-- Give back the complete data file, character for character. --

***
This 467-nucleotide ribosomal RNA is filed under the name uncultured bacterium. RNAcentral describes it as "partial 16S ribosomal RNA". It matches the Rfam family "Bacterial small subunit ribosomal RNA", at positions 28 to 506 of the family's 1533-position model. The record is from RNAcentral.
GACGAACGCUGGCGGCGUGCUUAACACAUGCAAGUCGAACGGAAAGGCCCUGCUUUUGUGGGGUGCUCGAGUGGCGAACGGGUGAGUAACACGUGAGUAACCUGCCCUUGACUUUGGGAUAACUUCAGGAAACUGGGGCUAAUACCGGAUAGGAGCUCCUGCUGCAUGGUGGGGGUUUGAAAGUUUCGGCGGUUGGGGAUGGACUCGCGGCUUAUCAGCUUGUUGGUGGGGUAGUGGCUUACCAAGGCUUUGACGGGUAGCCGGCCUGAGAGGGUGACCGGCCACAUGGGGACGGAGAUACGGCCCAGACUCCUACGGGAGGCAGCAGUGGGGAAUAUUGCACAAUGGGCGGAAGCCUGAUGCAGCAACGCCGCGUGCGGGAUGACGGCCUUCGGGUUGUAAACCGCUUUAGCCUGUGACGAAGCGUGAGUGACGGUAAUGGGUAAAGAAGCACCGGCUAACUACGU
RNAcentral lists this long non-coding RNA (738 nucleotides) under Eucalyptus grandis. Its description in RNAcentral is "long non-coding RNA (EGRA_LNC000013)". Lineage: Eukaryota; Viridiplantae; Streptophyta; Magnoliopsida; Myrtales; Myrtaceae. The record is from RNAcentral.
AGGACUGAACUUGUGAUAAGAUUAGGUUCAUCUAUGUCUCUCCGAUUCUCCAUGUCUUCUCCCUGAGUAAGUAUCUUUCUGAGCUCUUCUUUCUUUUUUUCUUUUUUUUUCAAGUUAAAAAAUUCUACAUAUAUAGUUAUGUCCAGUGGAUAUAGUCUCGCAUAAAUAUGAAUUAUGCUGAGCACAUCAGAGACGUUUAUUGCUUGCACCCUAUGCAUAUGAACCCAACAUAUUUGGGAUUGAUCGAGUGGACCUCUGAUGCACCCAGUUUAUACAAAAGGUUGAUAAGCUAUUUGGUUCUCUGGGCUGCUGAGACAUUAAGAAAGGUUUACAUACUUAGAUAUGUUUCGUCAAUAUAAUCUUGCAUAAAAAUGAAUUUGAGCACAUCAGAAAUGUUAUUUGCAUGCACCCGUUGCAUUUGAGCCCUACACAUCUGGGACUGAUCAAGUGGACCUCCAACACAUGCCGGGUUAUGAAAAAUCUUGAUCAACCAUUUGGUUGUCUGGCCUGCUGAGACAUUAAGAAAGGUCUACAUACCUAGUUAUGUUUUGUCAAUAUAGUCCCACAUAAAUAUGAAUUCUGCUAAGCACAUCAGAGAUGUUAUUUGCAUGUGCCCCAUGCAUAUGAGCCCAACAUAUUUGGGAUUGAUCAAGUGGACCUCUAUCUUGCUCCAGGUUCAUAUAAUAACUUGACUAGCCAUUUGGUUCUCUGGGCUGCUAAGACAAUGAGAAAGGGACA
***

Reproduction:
This 467-nucleotide ribosomal RNA is filed under the name uncultured bacterium. RNAcentral describes it as "partial 16S ribosomal RNA". It matches the Rfam family "Bacterial small subunit ribosomal RNA", at positions 28 to 506 of the family's 1533-position model. The record is from RNAcentral.
GACGAACGCUGGCGGCGUGCUUAACACAUGCAAGUCGAACGGAAAGGCCCUGCUUUUGUGGGGUGCUCGAGUGGCGAACGGGUGAGUAACACGUGAGUAACCUGCCCUUGACUUUGGGAUAACUUCAGGAAACUGGGGCUAAUACCGGAUAGGAGCUCCUGCUGCAUGGUGGGGGUUUGAAAGUUUCGGCGGUUGGGGAUGGACUCGCGGCUUAUCAGCUUGUUGGUGGGGUAGUGGCUUACCAAGGCUUUGACGGGUAGCCGGCCUGAGAGGGUGACCGGCCACAUGGGGACGGAGAUACGGCCCAGACUCCUACGGGAGGCAGCAGUGGGGAAUAUUGCACAAUGGGCGGAAGCCUGAUGCAGCAACGCCGCGUGCGGGAUGACGGCCUUCGGGUUGUAAACCGCUUUAGCCUGUGACGAAGCGUGAGUGACGGUAAUGGGUAAAGAAGCACCGGCUAACUACGU
RNAcentral lists this long non-coding RNA (738 nucleotides) under Eucalyptus grandis. Its description in RNAcentral is "long non-coding RNA (EGRA_LNC000013)". Lineage: Eukaryota; Viridiplantae; Streptophyta; Magnoliopsida; Myrtales; Myrtaceae. The record is from RNAcentral.
AGGACUGAACUUGUGAUAAGAUUAGGUUCAUCUAUGUCUCUCCGAUUCUCCAUGUCUUCUCCCUGAGUAAGUAUCUUUCUGAGCUCUUCUUUCUUUUUUUCUUUUUUUUUCAAGUUAAAAAAUUCUACAUAUAUAGUUAUGUCCAGUGGAUAUAGUCUCGCAUAAAUAUGAAUUAUGCUGAGCACAUCAGAGACGUUUAUUGCUUGCACCCUAUGCAUAUGAACCCAACAUAUUUGGGAUUGAUCGAGUGGACCUCUGAUGCACCCAGUUUAUACAAAAGGUUGAUAAGCUAUUUGGUUCUCUGGGCUGCUGAGACAUUAAGAAAGGUUUACAUACUUAGAUAUGUUUCGUCAAUAUAAUCUUGCAUAAAAAUGAAUUUGAGCACAUCAGAAAUGUUAUUUGCAUGCACCCGUUGCAUUUGAGCCCUACACAUCUGGGACUGAUCAAGUGGACCUCCAACACAUGCCGGGUUAUGAAAAAUCUUGAUCAACCAUUUGGUUGUCUGGCCUGCUGAGACAUUAAGAAAGGUCUACAUACCUAGUUAUGUUUUGUCAAUAUAGUCCCACAUAAAUAUGAAUUCUGCUAAGCACAUCAGAGAUGUUAUUUGCAUGUGCCCCAUGCAUAUGAGCCCAACAUAUUUGGGAUUGAUCAAGUGGACCUCUAUCUUGCUCCAGGUUCAUAUAAUAACUUGACUAGCCAUUUGGUUCUCUGGGCUGCUAAGACAAUGAGAAAGGGACA